Biofilm formation by oral isolates of Candida albicans and Candida glabrata
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Keywords

Candida albicans
andida glabrata
biofilm
oral candidiasis

How to Cite

MAMALIGA, M., ULINICI, M. and BALAN, G. (2023) “Biofilm formation by oral isolates of Candida albicans and Candida glabrata”, One Health & Risk Management , p. 79. Available at: https://journal.ohrm.bba.md/index.php/journal-ohrm-bba-md/article/view/582 (Accessed: 20May2024).

Abstract

Introduction. In the oral cavity, where Candida spp. is the most common fungus, oral candidiasis (OC) is particularly critical due to its high prevalence across all ages and genders. OC is characterized by oral discomfort, pain, a burning sensation, parageusia, and aversion to food. It is usually associated with factors such as age (childhood or older age), smoking, diabetes mellitus, nutritional disorders, endocrinopathies, immunosuppressive conditions, and malignancies. Nevertheless, and importantly, OC can also be observed in 60% of the healthy population and non-immunocompromised individuals. Biofilm production is considered a potential virulence factor of some Candida species. Therefore, understanding the biofilm behavior of Candida albicans and its closely related species is crucial for the development of effective preventive measures for oral candidiasis. Candida spp. possess the ability to grow under diverse oral environmental conditions (e.g., unhygienic dentures, xerostomia) and/or systemic factors. The presence of dentures overlaid with proteins and other oral components encourages the development of Candida biofilms and denture stomatitis. The existence of extracellular polymers and a different cellular phenotype, called sessile, is an important feature in the structure of these microbial communities. Biofilms impede the actions of the immune system and other defense mechanisms, rendering them resistant to current antifungal treatment.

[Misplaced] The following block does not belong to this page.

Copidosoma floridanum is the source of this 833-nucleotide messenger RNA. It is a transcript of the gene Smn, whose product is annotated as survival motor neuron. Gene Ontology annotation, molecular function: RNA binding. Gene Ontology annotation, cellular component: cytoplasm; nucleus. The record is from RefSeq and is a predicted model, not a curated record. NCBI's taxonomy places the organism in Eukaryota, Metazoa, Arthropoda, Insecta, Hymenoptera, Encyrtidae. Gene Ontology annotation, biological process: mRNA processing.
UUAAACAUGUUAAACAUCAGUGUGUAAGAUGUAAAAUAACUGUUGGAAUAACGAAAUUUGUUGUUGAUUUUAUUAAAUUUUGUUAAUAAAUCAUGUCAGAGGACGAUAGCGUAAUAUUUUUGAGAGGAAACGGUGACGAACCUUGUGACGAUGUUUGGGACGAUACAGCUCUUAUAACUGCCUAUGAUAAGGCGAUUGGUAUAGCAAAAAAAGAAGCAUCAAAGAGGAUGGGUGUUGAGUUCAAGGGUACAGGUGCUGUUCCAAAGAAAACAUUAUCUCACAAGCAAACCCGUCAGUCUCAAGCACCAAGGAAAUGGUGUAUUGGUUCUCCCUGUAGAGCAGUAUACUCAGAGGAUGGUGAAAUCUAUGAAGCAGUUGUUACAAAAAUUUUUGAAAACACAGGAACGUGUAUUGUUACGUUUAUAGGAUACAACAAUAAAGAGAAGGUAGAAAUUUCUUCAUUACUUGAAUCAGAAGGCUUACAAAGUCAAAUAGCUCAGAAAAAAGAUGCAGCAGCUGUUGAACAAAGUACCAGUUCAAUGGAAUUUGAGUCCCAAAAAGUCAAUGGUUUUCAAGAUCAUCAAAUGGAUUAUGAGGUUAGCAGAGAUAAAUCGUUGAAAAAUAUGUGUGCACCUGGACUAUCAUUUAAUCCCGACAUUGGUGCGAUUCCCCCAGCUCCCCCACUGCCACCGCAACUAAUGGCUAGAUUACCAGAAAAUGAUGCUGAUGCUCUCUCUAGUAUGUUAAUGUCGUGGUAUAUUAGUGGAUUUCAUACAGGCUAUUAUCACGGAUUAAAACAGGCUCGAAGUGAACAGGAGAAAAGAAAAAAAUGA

The aim of the current study has been to compare the biofilm production capacity of oral isolates of C. albicans and C. glabrata obtained from infected patients.
Material and methods. A total of 28 oral isolates of C. albicans and 19 of C. glabrata were included in the study. For routine identification, Candida isolates were cultured on Sabouraud Dextrose Agar (Merck, Darmstadt, Germany) under aerobic conditions for 24 hours at 37°C. Standard mycological identification procedures were conducted at 30°C for 48 hours using the chromogenic medium CHROMagar Candida (CHROMagar Microbiology, Paris, France). Biofilm production by Candida spp. strains was quantitatively determined using the micr otitration method, with all biofilm assays conducted in triplicate.
Results. Candida spp. are dimorphic fungi, and hyphae serve as a crucial structural component of their biofilms. The presence of hyphae in biofilms contributes significantly to the overall architectural stability of the biofilm and plays a key role in adherence during normal biofilm development and maintenance. Out of the 28 strains of C. albicans and 19 of C. glabrata isolated from oral cavities, 24 (85.7%) and 13 (68.4%) strains, respectively, produced detectable biofilms (OD>0.112). Regarding the biofilm status, 18 (75.0%) isolates of C. albicans and 7 (53.8%) isolates of C. glabrata produced strong biofilms (OD>0.220), 4 isolates (16.7%) and 5 (38.5%) produced moderate biofilms (OD 0.112-0.220), and 2 (8.3%) and 1 (7.7%) isolates produced weak biofilms (0.056<OD≤0.112), respectively.
Conclusions. There are significant differences in biofilm production between C. albicans and C. glabrata isolates. It is crucial to consider these distinctions when testing the anti-biofilm activity of antifungal agents or other virulence factors in vitro. The ability for biofilm development may contribute to C. albicans and C. glabrata maintaining their oral ecological niches as commensal microorganisms.

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